Tuesday, October 30, 2012

Sandy and a Split Election Outcome

Previous posts have discussed the possibility of a split between the popular and electoral vote. Hurricane Sandy may have increased the chances for such an outcome.

The effects have been severe in New York and New Jersey .  Property damage amounts to billion of dollars, and millions of people may not get electricity back for several days.  These problems could affect turnout in several ways.
  • First, recovering from the disaster will be tough and time-consuming.  People will have to repair their homes, restock refrigerators full of spoiled food, and make up for lost work.  Some may not have time to vote.
  • Second, even before the storm, there was a backlog of absentee ballot applications in New York City, and the hurricane will probably worsen the delay.  Some voters will not get their ballots in time.  In other states as well, the storm may hinder early voting.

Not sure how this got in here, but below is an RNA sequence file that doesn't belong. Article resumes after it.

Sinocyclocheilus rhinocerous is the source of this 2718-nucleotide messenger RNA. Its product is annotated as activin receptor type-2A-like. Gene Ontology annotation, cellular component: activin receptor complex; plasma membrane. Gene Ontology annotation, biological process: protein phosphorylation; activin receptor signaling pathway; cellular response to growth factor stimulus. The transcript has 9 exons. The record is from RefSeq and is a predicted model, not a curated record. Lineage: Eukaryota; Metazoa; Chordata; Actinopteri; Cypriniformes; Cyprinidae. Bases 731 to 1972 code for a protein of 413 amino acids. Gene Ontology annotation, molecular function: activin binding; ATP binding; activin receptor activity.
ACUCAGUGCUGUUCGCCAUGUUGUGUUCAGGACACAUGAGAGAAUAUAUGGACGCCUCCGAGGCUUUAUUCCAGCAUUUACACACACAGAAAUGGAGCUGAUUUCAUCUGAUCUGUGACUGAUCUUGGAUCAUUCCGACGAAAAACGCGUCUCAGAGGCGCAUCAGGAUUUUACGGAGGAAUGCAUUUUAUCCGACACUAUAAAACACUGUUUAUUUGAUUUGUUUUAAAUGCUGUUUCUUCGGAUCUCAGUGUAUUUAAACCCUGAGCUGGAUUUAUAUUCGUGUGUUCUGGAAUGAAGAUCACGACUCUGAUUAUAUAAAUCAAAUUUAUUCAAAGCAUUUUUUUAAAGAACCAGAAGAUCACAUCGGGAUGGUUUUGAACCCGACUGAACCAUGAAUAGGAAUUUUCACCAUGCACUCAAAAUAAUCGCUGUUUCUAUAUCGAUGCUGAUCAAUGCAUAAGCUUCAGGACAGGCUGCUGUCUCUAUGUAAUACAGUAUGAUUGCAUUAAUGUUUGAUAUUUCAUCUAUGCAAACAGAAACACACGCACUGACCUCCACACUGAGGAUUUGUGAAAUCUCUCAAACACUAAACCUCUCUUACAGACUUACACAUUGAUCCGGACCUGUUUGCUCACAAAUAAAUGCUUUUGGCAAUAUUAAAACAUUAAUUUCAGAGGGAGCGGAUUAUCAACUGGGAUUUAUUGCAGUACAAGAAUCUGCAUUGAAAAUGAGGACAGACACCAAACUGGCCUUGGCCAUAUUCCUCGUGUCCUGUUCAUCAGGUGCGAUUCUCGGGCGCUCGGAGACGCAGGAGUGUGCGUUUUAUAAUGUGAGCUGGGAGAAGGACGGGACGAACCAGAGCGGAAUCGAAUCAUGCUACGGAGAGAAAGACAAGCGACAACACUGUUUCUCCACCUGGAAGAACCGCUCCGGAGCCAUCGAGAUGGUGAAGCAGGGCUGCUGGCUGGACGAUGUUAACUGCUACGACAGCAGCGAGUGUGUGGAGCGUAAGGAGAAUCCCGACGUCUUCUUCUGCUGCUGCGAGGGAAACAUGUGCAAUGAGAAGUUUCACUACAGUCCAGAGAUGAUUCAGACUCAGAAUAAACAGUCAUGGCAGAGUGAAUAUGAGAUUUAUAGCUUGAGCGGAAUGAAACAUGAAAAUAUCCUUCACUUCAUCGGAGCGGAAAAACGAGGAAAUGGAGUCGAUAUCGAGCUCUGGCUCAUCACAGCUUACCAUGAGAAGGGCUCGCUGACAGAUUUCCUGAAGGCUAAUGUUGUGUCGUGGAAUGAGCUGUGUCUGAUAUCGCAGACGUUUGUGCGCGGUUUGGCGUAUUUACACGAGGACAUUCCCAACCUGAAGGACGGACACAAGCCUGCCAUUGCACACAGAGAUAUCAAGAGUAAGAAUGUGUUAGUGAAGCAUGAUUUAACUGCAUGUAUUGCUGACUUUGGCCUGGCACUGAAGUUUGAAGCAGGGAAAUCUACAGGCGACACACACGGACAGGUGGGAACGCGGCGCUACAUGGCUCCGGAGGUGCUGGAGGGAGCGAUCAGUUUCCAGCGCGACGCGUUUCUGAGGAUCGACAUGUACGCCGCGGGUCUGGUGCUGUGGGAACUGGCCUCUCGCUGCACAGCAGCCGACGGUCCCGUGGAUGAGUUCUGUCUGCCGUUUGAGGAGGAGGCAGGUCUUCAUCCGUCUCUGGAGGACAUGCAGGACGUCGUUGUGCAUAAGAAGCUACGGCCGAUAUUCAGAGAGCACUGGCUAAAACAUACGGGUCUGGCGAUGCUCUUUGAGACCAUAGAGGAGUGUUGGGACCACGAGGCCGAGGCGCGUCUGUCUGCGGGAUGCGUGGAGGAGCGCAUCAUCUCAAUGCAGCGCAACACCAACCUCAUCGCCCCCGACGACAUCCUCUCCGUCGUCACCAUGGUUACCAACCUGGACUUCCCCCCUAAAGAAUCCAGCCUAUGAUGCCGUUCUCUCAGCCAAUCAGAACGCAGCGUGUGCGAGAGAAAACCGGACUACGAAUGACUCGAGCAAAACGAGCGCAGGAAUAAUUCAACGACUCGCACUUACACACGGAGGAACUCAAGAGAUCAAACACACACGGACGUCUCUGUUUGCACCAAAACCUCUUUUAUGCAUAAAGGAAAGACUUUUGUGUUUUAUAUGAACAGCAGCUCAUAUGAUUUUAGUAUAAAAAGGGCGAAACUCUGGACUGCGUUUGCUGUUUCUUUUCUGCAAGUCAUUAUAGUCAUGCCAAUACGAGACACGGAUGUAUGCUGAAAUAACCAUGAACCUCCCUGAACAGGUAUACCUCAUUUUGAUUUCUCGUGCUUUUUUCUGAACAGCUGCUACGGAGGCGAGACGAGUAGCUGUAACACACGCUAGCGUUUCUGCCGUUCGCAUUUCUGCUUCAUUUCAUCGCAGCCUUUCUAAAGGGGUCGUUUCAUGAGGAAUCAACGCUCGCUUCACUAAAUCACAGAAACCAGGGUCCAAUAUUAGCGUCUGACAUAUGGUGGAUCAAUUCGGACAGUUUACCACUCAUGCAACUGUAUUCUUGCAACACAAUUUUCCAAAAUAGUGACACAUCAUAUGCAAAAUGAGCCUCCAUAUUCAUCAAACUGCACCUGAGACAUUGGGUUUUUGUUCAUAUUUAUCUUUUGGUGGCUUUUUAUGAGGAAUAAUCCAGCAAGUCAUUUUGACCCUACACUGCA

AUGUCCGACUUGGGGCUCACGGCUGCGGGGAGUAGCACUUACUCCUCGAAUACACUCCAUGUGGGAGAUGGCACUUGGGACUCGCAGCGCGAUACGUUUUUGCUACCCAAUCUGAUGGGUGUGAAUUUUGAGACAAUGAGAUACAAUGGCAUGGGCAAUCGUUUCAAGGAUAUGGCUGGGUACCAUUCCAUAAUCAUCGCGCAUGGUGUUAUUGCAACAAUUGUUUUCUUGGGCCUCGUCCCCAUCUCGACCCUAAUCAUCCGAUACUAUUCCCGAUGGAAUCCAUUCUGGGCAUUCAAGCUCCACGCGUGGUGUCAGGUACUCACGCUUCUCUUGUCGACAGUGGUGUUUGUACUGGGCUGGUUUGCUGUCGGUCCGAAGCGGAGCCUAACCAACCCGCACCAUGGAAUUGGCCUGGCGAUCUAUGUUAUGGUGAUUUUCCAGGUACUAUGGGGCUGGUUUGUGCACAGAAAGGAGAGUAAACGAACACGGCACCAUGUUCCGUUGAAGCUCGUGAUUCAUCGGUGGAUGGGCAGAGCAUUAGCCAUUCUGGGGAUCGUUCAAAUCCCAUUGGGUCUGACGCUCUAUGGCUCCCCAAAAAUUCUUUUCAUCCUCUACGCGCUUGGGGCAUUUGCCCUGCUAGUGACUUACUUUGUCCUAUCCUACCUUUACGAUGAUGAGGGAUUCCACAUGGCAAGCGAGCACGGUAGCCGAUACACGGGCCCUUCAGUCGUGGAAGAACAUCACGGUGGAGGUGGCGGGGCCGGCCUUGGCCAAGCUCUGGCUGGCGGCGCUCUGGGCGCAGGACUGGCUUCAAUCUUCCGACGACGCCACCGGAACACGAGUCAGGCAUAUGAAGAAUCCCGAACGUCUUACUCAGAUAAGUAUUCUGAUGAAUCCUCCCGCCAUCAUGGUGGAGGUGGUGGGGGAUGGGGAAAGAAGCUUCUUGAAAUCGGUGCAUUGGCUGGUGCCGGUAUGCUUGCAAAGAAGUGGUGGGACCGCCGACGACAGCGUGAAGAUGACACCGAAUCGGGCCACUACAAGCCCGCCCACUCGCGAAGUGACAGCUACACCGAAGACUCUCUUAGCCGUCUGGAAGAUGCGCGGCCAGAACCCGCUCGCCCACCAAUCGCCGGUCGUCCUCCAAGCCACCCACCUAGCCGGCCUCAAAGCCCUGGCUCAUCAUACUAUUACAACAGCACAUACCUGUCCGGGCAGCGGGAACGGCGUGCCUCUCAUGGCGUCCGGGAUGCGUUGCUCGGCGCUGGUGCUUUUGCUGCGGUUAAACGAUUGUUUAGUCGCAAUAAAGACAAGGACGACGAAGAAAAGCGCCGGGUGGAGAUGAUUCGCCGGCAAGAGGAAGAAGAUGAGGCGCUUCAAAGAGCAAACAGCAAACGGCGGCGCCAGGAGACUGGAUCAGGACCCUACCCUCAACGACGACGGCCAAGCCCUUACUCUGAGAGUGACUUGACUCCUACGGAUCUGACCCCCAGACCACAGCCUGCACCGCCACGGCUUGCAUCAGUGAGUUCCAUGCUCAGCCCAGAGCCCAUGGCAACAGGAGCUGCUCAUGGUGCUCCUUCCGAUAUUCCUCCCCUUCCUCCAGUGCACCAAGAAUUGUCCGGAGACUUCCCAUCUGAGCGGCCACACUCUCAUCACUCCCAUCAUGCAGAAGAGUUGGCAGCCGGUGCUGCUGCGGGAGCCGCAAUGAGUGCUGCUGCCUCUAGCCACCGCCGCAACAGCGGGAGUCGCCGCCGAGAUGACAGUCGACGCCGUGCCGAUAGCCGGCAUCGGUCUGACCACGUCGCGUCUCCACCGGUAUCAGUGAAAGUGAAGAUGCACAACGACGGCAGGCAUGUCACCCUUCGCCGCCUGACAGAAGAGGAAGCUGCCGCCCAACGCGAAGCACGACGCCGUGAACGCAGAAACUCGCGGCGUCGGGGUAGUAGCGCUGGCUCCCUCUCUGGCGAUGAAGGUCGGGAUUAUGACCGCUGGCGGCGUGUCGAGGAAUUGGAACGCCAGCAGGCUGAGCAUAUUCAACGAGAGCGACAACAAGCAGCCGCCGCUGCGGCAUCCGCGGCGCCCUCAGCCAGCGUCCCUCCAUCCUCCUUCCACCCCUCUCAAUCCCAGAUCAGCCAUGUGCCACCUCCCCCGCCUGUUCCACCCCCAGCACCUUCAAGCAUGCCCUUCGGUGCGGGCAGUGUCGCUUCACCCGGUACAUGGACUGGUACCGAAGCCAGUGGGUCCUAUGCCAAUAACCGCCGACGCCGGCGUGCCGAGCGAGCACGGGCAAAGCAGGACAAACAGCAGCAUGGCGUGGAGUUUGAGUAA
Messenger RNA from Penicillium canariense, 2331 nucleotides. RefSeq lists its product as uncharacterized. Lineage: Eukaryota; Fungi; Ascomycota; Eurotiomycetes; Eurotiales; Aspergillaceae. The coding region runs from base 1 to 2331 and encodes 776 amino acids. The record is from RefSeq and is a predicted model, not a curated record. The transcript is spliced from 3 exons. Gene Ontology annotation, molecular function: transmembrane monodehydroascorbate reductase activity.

• Third, storm damage will disrupt get-out-the-vote efforts.  Though neither presidential campaign is putting resources into either state (both of which will go for Obama), many downballot campaigns and local party organizations were planning on door-to-door contact and electronic communication to mobilize supporters.   The hurricane will cost these efforts several days that they can't get back. 
In 2008, 7,640,640 New Yorkers and 3,868,237 New Jerseyans voted for president, for a total of approximately 11.5 million ballots.  If similar numbers were headed for the polls this year, and if the hurricane depressed turnout by just one percent, that's a drop of 115,000 votes, of which about 65,000 would probably go to Obama.

In this scenario, he would still carry the two states, but in an extremely close election, his national popular-vote total might dip below Romney's.